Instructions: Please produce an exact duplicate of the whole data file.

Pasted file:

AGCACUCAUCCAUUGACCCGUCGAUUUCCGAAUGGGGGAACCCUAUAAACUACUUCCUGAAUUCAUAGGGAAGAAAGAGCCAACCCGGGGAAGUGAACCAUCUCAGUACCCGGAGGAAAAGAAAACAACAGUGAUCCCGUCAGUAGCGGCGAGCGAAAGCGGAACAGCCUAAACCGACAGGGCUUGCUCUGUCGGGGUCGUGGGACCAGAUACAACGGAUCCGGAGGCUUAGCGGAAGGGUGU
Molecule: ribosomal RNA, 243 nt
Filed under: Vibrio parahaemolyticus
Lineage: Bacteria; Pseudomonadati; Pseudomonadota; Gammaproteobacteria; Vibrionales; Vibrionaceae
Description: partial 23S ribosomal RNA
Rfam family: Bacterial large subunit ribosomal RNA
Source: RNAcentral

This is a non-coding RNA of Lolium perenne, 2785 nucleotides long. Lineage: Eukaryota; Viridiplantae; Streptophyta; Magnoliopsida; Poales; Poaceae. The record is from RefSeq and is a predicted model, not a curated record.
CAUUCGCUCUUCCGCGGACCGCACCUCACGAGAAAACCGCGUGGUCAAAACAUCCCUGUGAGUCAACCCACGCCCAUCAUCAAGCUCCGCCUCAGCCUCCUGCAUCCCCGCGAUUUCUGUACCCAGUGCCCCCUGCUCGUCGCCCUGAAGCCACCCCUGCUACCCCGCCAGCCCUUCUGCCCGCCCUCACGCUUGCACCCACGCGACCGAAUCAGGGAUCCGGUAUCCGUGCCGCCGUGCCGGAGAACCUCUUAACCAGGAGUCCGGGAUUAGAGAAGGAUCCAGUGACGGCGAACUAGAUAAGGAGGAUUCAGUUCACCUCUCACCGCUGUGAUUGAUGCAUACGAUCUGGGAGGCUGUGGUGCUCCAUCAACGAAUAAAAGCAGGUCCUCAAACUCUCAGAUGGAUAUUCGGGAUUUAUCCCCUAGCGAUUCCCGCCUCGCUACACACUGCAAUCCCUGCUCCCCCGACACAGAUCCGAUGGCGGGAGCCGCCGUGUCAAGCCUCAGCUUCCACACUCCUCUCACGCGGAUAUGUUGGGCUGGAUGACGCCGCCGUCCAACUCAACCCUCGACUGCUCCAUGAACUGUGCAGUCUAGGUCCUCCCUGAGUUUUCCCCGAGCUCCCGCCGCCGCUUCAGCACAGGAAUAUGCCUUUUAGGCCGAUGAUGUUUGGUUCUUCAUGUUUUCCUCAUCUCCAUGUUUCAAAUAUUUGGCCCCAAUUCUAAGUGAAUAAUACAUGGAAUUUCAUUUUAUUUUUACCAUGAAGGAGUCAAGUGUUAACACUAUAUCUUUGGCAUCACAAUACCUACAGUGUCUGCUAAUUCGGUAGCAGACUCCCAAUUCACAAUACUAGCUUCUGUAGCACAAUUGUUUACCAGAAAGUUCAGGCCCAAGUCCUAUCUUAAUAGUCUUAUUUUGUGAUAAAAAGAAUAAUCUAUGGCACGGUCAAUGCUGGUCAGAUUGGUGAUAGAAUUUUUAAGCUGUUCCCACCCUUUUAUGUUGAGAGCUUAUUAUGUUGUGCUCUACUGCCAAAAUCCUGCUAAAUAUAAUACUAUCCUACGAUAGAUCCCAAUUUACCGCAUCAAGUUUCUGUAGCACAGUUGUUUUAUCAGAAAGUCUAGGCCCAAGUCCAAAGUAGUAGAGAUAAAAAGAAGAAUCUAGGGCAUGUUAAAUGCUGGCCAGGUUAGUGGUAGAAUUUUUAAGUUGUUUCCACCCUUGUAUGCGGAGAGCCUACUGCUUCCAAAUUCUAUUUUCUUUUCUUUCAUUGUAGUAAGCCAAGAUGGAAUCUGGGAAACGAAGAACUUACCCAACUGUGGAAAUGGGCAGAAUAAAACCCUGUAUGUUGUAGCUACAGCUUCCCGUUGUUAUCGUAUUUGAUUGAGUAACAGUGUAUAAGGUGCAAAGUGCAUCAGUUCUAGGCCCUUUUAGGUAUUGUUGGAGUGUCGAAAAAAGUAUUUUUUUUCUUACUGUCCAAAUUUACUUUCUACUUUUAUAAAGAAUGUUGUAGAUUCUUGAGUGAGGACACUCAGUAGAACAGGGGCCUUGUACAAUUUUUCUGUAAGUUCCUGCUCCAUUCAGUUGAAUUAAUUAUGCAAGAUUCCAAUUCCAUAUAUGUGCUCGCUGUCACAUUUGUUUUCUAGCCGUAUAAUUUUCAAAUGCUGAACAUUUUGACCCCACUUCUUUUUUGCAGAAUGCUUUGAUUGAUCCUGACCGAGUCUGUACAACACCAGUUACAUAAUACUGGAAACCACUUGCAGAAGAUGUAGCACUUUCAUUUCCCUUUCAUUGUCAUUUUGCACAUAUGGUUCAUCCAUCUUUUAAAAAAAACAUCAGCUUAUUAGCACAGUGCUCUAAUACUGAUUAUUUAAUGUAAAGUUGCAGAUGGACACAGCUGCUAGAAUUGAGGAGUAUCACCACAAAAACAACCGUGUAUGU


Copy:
AGCACUCAUCCAUUGACCCGUCGAUUUCCGAAUGGGGGAACCCUAUAAACUACUUCCUGAAUUCAUAGGGAAGAAAGAGCCAACCCGGGGAAGUGAACCAUCUCAGUACCCGGAGGAAAAGAAAACAACAGUGAUCCCGUCAGUAGCGGCGAGCGAAAGCGGAACAGCCUAAACCGACAGGGCUUGCUCUGUCGGGGUCGUGGGACCAGAUACAACGGAUCCGGAGGCUUAGCGGAAGGGUGU
Molecule: ribosomal RNA, 243 nt
Filed under: Vibrio parahaemolyticus
Lineage: Bacteria; Pseudomonadati; Pseudomonadota; Gammaproteobacteria; Vibrionales; Vibrionaceae
Description: partial 23S ribosomal RNA
Rfam family: Bacterial large subunit ribosomal RNA
Source: RNAcentral

This is a non-coding RNA of Lolium perenne, 2785 nucleotides long. Lineage: Eukaryota; Viridiplantae; Streptophyta; Magnoliopsida; Poales; Poaceae. The record is from RefSeq and is a predicted model, not a curated record.
CAUUCGCUCUUCCGCGGACCGCACCUCACGAGAAAACCGCGUGGUCAAAACAUCCCUGUGAGUCAACCCACGCCCAUCAUCAAGCUCCGCCUCAGCCUCCUGCAUCCCCGCGAUUUCUGUACCCAGUGCCCCCUGCUCGUCGCCCUGAAGCCACCCCUGCUACCCCGCCAGCCCUUCUGCCCGCCCUCACGCUUGCACCCACGCGACCGAAUCAGGGAUCCGGUAUCCGUGCCGCCGUGCCGGAGAACCUCUUAACCAGGAGUCCGGGAUUAGAGAAGGAUCCAGUGACGGCGAACUAGAUAAGGAGGAUUCAGUUCACCUCUCACCGCUGUGAUUGAUGCAUACGAUCUGGGAGGCUGUGGUGCUCCAUCAACGAAUAAAAGCAGGUCCUCAAACUCUCAGAUGGAUAUUCGGGAUUUAUCCCCUAGCGAUUCCCGCCUCGCUACACACUGCAAUCCCUGCUCCCCCGACACAGAUCCGAUGGCGGGAGCCGCCGUGUCAAGCCUCAGCUUCCACACUCCUCUCACGCGGAUAUGUUGGGCUGGAUGACGCCGCCGUCCAACUCAACCCUCGACUGCUCCAUGAACUGUGCAGUCUAGGUCCUCCCUGAGUUUUCCCCGAGCUCCCGCCGCCGCUUCAGCACAGGAAUAUGCCUUUUAGGCCGAUGAUGUUUGGUUCUUCAUGUUUUCCUCAUCUCCAUGUUUCAAAUAUUUGGCCCCAAUUCUAAGUGAAUAAUACAUGGAAUUUCAUUUUAUUUUUACCAUGAAGGAGUCAAGUGUUAACACUAUAUCUUUGGCAUCACAAUACCUACAGUGUCUGCUAAUUCGGUAGCAGACUCCCAAUUCACAAUACUAGCUUCUGUAGCACAAUUGUUUACCAGAAAGUUCAGGCCCAAGUCCUAUCUUAAUAGUCUUAUUUUGUGAUAAAAAGAAUAAUCUAUGGCACGGUCAAUGCUGGUCAGAUUGGUGAUAGAAUUUUUAAGCUGUUCCCACCCUUUUAUGUUGAGAGCUUAUUAUGUUGUGCUCUACUGCCAAAAUCCUGCUAAAUAUAAUACUAUCCUACGAUAGAUCCCAAUUUACCGCAUCAAGUUUCUGUAGCACAGUUGUUUUAUCAGAAAGUCUAGGCCCAAGUCCAAAGUAGUAGAGAUAAAAAGAAGAAUCUAGGGCAUGUUAAAUGCUGGCCAGGUUAGUGGUAGAAUUUUUAAGUUGUUUCCACCCUUGUAUGCGGAGAGCCUACUGCUUCCAAAUUCUAUUUUCUUUUCUUUCAUUGUAGUAAGCCAAGAUGGAAUCUGGGAAACGAAGAACUUACCCAACUGUGGAAAUGGGCAGAAUAAAACCCUGUAUGUUGUAGCUACAGCUUCCCGUUGUUAUCGUAUUUGAUUGAGUAACAGUGUAUAAGGUGCAAAGUGCAUCAGUUCUAGGCCCUUUUAGGUAUUGUUGGAGUGUCGAAAAAAGUAUUUUUUUUCUUACUGUCCAAAUUUACUUUCUACUUUUAUAAAGAAUGUUGUAGAUUCUUGAGUGAGGACACUCAGUAGAACAGGGGCCUUGUACAAUUUUUCUGUAAGUUCCUGCUCCAUUCAGUUGAAUUAAUUAUGCAAGAUUCCAAUUCCAUAUAUGUGCUCGCUGUCACAUUUGUUUUCUAGCCGUAUAAUUUUCAAAUGCUGAACAUUUUGACCCCACUUCUUUUUUGCAGAAUGCUUUGAUUGAUCCUGACCGAGUCUGUACAACACCAGUUACAUAAUACUGGAAACCACUUGCAGAAGAUGUAGCACUUUCAUUUCCCUUUCAUUGUCAUUUUGCACAUAUGGUUCAUCCAUCUUUUAAAAAAAACAUCAGCUUAUUAGCACAGUGCUCUAAUACUGAUUAUUUAAUGUAAAGUUGCAGAUGGACACAGCUGCUAGAAUUGAGGAGUAUCACCACAAAAACAACCGUGUAUGU